In addition, clear patterns emerged from the survey data regarding spending; 66.2% of transactions were in the range of 300-1000 yuan (US$45-150), indicating that average spending among “sea scourers” is higher than among ordinary e-commerce users, but that the majority of them are not buying high-priced luxury goods. This reinforces the data above; most “sea scourers” are motivated by a search for quality and authentic goods which is harder to find in domestic products.
A large majority of consumers (65.2%) say they buy imported goods online at least once a month, with a significant fraction saying they purchase goods weekly, suggesting that buying imported goods has become routine and an important part of the consumption habits of many households.
Analysts believe that increasing consumer affluence coupled with the quality of the goods available from overseas markets will continue to drive e-commerce users abroad to fulfill their daily needs.
Preferred nations of origin
In cross-border e-commerce, developed economies dominate as exporters. Japan, South Korea, the United States, France, and Germany were the biggest suppliers of goods to cross-border shoppers. 43.9% of China cross-border online shoppers reported having purchased Japanese-sourced goods, predominantly in the cosmetic, skincare, and nutrition industries.
South Korea and the United States were in second and third place; consumers primarily purchased skincare products, foodstuffs, and fashion from South Korea and nutrition, fashion, and infant-related products from the US. France and Germany were both sources of infant-related and nutrition products, while France also provided cosmetics and Germany, skincare products.
Survey responses showed that quality is not just a consideration for consumers in choosing to buy from abroad, but also in choosing from where to buy. 36.6% of “sea scourers” reported choosing products from a given country of origin based on product quality, a significant margin over those who chose based on style (27.8%) or reputation (18.9%).
… and e-commerce platforms
Meanwhile, among new “sea scourers”, NetEase Kaola, Tmall Global, JD Worldwide, and Little Red Book dominate as preferred cross-border e-commerce platforms.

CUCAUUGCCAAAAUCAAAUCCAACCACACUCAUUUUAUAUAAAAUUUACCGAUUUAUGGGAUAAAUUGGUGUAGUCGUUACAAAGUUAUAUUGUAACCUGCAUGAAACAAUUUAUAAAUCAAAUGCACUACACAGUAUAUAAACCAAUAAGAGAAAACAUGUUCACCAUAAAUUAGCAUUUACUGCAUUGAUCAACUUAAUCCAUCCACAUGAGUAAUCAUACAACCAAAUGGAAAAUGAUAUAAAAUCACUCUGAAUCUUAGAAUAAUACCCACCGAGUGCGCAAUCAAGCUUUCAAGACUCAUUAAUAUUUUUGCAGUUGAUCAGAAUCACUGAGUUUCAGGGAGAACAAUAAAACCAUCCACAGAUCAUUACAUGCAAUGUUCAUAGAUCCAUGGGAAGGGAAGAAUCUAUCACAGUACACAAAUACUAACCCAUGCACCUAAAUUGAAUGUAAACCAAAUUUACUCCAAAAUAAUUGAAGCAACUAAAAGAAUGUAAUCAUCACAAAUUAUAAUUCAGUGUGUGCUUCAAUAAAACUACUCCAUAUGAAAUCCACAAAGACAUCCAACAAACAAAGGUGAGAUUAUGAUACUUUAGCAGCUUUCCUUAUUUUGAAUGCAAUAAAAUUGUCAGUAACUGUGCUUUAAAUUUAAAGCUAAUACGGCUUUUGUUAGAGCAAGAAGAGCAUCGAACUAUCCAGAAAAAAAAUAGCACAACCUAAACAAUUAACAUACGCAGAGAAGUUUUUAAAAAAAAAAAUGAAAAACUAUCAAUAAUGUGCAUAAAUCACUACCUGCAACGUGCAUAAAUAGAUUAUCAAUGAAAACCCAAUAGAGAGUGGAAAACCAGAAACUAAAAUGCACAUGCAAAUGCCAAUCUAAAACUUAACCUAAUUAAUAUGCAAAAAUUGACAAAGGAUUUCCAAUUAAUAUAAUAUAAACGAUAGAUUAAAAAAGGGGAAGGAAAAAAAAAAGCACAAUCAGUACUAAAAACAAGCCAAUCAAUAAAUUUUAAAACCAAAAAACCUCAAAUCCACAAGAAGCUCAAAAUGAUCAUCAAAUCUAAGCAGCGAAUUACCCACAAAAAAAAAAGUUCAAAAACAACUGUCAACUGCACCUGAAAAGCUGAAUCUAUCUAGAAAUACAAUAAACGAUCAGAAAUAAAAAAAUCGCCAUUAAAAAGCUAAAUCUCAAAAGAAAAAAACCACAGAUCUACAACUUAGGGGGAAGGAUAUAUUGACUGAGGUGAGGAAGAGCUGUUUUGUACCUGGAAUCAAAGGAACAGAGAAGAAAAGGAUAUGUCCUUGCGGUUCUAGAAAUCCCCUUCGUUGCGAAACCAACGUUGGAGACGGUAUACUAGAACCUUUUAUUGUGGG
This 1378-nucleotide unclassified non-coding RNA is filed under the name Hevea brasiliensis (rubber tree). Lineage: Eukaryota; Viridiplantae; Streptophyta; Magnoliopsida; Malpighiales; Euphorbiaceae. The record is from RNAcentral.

Cross-border online shoppers chose among competing e-commerce platforms based primarily on three factors: guarantees of product authenticity, platform popularity, and variety and completeness of choices offered.
The majority choose e-commerce sites which control the import and sale of all products on the site, with 57.4% preferring such sites, while just 26.2% prefer sites which offer a platform to independent sellers. Those who responded in favor of centralized sites cite quality assurance, professional operations, and stringent selection of products as their primary reasons for preferring them.
In keeping with the above, consumers found NetEase Kaola, Amazon Global, and Little Red Book to be the most credible platforms when looking to buy authentic, name-brand products from abroad.
Additionally, these three sites had the highest satisfaction rating among surveyed consumers, with average ratings of 8.2/10, 8.0/10, and 7.8/10 respectively, suggesting that centralized commercial platforms have a leg up among consumers who are accustomed to a “Wild West” environment in e-commerce in China.
By exercising more control over procurement and ensuring the authenticity of goods purchased on their sites, they are able to offer a measure of security that the individual seller-dominated Tmall Global and similar platforms cannot.
Read part 2 here.